Valak 2.0: Malware loader for stealing personal data
The Valak malware loader is now remodelled to attack in stealth mode and is being used to steal personal data in a more sophisticated way. The creators of this malware are adopting the MaaS (malware as a service) model in collaboration with other threat actors. This new version of Valak 2.0 is known to steal sensitive information from Microsoft Exchange mail systems as well as credentials and domain certificates.
Valak 2.0 is bundled with six plugin components. These enable the bad guys to access the infected hosts and steal user, machine, and network information. It has a ‘PluginHost’ component which connects with the C2 server to download extra plugins for extended capabilities. Additionally, it also has a file-less feature which stores components in the registry while taking screenshots and checking the host’s geolocation.
- Companies to deploy an email filtering solution
- Enforcement of security best practices which include email safety training and cybersecurity awareness education.
- A reputable endpoint security solution for scanning hosts for any malicious files and safeguard from such attacks.
Trickbot Malware Update: Harder to Detect
Trickbot malware is now updated with a new design of regeneration to avoid detection. This new update which has been in operation since April. The previous module called Mworm which was used to spread Trickbot is now replaced by a new module called Nworm. This nworm infects the domain controller and runs on the RAM memory leaving no traces behind during reboot and shutdown.
It is also encrypted during the transfer on the internet which enables it to hide its malicious self from security tools. During infection, the Trickbot malware will scan a host then proceed to download the necessary modules required to maintain constant persistence on the network and launch its malicious activities.
- Best security practices such as ensuring Microsoft Windows hosts are running the latest versions and are fully patched.
- Downloading and installing Microsoft Windows security updates immediately they are published.
Amtrak Acknowledges Security Incident Involving Guest Reward Accounts
Amtrak recently began informing customers that their personal data may have been compromised owing to unauthorized access to Guest Reward accounts. A data breach notification published by Amtrak with the authorities states that the incident was discovered on 16th April 2020.
The company disclosed that a group of hackers gained access to some customers’ Guest Reward accounts using compromised usernames and passwords. The bad guys used the simplest user access vulnerability where most users have the same username and password combination.
Amtrak, however, stated that social security numbers, payment card information and other financial data were not part of the compromised data. They also added that its security team restricted the unauthorized access and terminated in a few hours. An external cybersecurity company was consulted to confirm that the breach was actually contained. As a result of this, Amtrak reset all passwords of the compromised accounts and is still in the process of preventing such a breach in future. All affected customers have been offered 1-year free identity protection services from Experian.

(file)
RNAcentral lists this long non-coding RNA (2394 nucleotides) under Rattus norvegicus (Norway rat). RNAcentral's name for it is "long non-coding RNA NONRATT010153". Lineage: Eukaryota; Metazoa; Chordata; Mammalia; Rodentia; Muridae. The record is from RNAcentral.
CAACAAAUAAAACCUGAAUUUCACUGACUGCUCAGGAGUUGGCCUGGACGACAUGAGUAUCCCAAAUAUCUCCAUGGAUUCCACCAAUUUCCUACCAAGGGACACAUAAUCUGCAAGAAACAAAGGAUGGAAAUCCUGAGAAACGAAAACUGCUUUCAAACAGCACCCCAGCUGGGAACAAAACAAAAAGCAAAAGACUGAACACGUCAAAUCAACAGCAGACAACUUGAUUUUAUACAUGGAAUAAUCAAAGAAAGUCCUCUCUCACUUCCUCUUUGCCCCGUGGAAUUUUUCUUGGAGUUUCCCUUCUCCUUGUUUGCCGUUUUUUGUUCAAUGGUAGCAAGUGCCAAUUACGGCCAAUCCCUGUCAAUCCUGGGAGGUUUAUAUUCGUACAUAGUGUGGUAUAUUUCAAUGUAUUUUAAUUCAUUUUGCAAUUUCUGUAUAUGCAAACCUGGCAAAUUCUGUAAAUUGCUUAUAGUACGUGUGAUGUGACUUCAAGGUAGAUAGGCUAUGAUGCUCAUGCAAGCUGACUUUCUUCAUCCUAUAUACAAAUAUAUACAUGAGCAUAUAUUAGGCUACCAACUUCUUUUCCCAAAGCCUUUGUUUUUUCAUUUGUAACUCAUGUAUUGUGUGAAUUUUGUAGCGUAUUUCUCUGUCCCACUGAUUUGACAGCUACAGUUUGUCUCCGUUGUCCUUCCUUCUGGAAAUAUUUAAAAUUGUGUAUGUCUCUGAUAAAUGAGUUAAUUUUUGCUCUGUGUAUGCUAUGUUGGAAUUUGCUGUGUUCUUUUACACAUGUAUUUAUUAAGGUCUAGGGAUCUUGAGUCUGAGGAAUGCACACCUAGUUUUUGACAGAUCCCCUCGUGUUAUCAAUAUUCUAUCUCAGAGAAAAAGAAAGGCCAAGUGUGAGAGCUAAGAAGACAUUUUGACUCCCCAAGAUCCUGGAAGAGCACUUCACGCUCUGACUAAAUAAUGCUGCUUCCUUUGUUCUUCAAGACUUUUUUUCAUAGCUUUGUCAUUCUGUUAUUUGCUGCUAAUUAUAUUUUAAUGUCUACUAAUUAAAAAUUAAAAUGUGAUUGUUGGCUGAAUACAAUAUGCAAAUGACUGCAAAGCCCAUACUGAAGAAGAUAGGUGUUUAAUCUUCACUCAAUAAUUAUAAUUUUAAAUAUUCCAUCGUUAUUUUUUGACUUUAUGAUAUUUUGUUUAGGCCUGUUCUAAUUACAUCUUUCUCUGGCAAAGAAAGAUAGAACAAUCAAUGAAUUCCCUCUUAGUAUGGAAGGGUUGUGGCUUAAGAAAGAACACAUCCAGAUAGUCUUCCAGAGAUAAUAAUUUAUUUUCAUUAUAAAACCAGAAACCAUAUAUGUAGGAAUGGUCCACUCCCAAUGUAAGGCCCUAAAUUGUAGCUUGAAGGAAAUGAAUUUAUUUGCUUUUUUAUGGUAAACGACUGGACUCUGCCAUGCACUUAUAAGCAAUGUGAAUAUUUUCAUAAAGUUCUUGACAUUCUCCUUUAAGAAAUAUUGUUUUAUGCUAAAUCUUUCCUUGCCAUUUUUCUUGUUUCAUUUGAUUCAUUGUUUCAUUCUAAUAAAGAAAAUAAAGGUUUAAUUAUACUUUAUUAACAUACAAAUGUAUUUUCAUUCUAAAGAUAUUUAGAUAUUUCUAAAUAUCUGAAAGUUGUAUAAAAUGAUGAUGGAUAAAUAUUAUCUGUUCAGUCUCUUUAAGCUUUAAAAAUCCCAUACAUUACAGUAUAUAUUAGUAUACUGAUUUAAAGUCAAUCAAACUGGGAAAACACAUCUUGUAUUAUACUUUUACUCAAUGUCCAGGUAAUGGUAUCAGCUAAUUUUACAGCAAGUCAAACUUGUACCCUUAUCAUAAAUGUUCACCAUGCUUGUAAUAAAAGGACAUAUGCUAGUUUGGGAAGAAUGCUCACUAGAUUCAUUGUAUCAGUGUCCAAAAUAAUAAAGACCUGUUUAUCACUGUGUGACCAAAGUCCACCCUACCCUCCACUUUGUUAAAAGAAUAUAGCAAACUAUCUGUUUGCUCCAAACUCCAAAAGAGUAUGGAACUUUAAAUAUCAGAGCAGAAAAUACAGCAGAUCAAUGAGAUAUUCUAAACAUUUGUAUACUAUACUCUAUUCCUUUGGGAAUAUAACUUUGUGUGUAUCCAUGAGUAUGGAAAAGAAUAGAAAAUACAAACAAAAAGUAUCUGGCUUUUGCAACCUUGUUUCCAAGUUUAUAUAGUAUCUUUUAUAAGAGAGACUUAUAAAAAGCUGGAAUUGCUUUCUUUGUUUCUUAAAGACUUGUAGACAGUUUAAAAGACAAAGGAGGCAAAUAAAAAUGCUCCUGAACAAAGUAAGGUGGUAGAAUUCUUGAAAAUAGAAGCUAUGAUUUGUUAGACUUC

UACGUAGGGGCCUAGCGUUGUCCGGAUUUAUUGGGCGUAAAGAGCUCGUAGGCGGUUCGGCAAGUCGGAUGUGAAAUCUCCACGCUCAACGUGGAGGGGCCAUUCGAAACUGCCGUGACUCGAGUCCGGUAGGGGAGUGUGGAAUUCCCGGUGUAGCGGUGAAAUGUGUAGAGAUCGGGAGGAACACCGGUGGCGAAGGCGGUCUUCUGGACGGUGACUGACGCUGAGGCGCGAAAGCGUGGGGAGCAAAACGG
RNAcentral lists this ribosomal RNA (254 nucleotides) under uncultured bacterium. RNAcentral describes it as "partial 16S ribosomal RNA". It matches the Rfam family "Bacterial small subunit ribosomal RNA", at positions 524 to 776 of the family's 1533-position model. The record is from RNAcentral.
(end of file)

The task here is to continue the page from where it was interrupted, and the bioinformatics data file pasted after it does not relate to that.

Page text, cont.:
Joomla team acknowledges data breach
Joomla’s open source content management system (CMS) team recently reported a security breach in the company. The incident occurred when a team member of the Joomla Resources Directory (JRD), who allegedly might be a grey hat hacker, accidentally left a full backup of the JRD site under URL resources.joomla.org on an AWS S3 bucket belonging to the company. The Joomla team stated the backup file was not encrypted and consisted of personal data of around 2,700 registered users. These users had created accounts on the JRD website portal to advertise their skills in making Joomla sites.
Joomla admins are allegedly still digging into the incident and will release a full statement in due course. It is not yet clear if any of the bad guys have been able to access and download the compromised data from the S3 server. Personal data that could have been exposed include:
- Full name
- Company URL
- Nature of business
- Business phone number
- Business address
- Business email address
- Encrypted password (hashed)
- IP address
- Newsletter subscription preferences
This security breach is considered a low severity incident since most of the above information was already public apart from hashed passwords and IP addresses which should be private. The Joomla team is urging all JRD users to change their passwords on the JRD portal. They also stated that once they were notified of the incident, they conducted a full security audit of JRD Portal. This audit revealed superuser accounts owned by users outside Open Source Matters. After this discovery, the devs revoked access to the superuser accounts and disabled all user accounts that had not logged in after 1st January 2019.